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Conditioned Actions in Strategic Coordination Games

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Author Info

  • Engseld, Peter

    (Department of Economics, Lund University)

Abstract

A simple symmetric 2 „e 2 strategic coordination game is analyzed in an evolutionary environment under the assumption that agents are able to condition their actions on observations made of the opponent. Agents are assumed to be associated with a profile of characteristics, of which all agents can make a noisy observation. Actions can be conditioned on how the observed characteristics relates to that of their own. It is shown that there exist feasible states under which evolutionary pressure will transform any population conditioning its actions through a genetically induced continuous characteristic, such as body length, into a population conditioning its actions through Status, or how well agents have done in previous games. It is also shown that there does not exist feasible states by which a population conditioning its actions through Status could be invaded by any other strategies.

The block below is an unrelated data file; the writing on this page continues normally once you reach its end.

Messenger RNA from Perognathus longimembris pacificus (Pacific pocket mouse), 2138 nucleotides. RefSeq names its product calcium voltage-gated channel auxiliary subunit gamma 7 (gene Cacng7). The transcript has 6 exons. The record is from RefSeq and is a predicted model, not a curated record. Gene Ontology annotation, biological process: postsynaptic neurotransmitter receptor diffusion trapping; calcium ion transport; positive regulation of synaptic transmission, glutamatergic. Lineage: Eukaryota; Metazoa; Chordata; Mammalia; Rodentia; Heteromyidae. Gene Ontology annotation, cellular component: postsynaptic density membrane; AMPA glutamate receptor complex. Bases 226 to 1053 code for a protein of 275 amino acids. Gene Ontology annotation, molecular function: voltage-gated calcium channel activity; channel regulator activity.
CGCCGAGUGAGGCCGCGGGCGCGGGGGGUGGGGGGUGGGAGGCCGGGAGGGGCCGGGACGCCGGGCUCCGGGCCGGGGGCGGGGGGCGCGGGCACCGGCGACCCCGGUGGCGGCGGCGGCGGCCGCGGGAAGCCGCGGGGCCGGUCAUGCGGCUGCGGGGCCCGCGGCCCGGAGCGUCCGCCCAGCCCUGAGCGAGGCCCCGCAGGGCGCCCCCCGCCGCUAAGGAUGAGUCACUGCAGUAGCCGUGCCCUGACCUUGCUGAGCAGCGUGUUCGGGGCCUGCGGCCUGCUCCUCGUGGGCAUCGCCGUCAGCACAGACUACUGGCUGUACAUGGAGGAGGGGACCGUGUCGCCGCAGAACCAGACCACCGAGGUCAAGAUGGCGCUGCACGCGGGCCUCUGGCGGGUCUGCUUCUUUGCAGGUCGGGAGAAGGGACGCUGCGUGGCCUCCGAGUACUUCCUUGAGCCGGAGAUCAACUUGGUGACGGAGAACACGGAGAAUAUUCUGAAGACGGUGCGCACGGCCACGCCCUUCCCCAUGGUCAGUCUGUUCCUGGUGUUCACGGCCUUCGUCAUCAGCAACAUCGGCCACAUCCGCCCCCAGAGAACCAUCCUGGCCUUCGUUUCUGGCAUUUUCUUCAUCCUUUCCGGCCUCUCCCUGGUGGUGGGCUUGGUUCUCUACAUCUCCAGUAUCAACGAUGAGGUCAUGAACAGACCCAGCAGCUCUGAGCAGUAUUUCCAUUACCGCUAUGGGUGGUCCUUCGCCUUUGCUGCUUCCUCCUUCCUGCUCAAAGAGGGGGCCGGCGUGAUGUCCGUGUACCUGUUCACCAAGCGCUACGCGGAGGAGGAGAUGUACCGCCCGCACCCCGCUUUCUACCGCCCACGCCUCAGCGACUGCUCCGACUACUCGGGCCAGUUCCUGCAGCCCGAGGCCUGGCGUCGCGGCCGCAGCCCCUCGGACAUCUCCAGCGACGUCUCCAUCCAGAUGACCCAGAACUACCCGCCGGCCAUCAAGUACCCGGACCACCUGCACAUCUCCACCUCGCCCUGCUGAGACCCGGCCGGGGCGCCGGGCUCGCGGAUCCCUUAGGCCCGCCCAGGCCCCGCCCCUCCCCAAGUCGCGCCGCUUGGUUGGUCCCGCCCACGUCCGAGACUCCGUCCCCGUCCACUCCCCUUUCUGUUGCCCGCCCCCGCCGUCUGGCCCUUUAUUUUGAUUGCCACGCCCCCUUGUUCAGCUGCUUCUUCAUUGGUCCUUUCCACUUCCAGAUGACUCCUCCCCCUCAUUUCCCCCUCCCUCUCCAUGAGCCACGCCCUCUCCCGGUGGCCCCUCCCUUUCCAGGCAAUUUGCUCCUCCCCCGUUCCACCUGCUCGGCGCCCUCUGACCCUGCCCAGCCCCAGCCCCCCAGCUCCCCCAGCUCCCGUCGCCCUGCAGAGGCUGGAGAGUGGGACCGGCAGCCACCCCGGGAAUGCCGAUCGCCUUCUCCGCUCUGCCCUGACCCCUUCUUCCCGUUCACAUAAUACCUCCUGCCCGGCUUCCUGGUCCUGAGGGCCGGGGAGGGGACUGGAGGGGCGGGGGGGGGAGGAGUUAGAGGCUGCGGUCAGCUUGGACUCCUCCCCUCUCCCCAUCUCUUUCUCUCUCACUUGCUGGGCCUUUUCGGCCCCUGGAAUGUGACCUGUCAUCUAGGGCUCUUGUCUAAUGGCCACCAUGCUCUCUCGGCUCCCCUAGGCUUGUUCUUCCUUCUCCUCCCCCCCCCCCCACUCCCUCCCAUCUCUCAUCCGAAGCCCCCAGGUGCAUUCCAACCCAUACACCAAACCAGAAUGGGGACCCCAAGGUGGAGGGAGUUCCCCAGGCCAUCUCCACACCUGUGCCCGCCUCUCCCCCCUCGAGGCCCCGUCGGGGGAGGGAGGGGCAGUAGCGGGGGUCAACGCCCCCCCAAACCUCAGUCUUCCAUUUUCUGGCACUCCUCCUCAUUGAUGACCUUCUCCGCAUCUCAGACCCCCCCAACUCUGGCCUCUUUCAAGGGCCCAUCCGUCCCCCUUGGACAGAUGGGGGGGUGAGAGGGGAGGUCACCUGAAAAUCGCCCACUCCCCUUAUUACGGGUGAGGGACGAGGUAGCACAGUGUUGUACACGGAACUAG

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File URL: http://project.nek.lu.se/publications/workpap/Papers/WP05_33.pdf
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Bibliographic Info

Paper provided by Lund University, Department of Economics in its series Working Papers with number 2005:33.

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Length: 24 pages
Date of creation: 30 May 2005
Date of revision:
Handle: RePEc:hhs:lunewp:2005_033

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Postal: Department of Economics, School of Economics and Management, Lund University, Box 7082, S-220 07 Lund,Sweden
Phone: +46 +46 222 0000
Fax: +46 +46 2224613
Web page: http://www.nek.lu.se/en
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Related research

Keywords: Coordination; Hawk-Dove Games; Status; Positional Concerns; Conditioned Strategies; Evolutionary Equilibrium;

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  1. Cole, Harold L & Mailath, George J & Postlewaite, Andrew, 1992. "Social Norms, Savings Behavior, and Growth," Journal of Political Economy, University of Chicago Press, vol. 100(6), pages 1092-1125, December.
  2. Andrew Postlewaite, . "The Social Basis of Interdependent Preferences," Penn CARESS Working Papers 6bd000503382ae2f0b90d25e3, Penn Economics Department.
  3. Kandori, M. & Mailath, G.J., 1991. "Learning, Mutation, And Long Run Equilibria In Games," Papers 71, Princeton, Woodrow Wilson School - John M. Olin Program.
  4. Engseld, Peter, 2003. "Coordination through Status," Working Papers 2003:11, Lund University, Department of Economics.
  5. Frank, Robert H, 1985. "The Demand for Unobservable and Other Nonpositional Goods," American Economic Review, American Economic Association, vol. 75(1), pages 101-16, March.
  6. Larry Samuelson, 1998. "Evolutionary Games and Equilibrium Selection," MIT Press Books, The MIT Press, edition 1, volume 1, number 0262692198, December.
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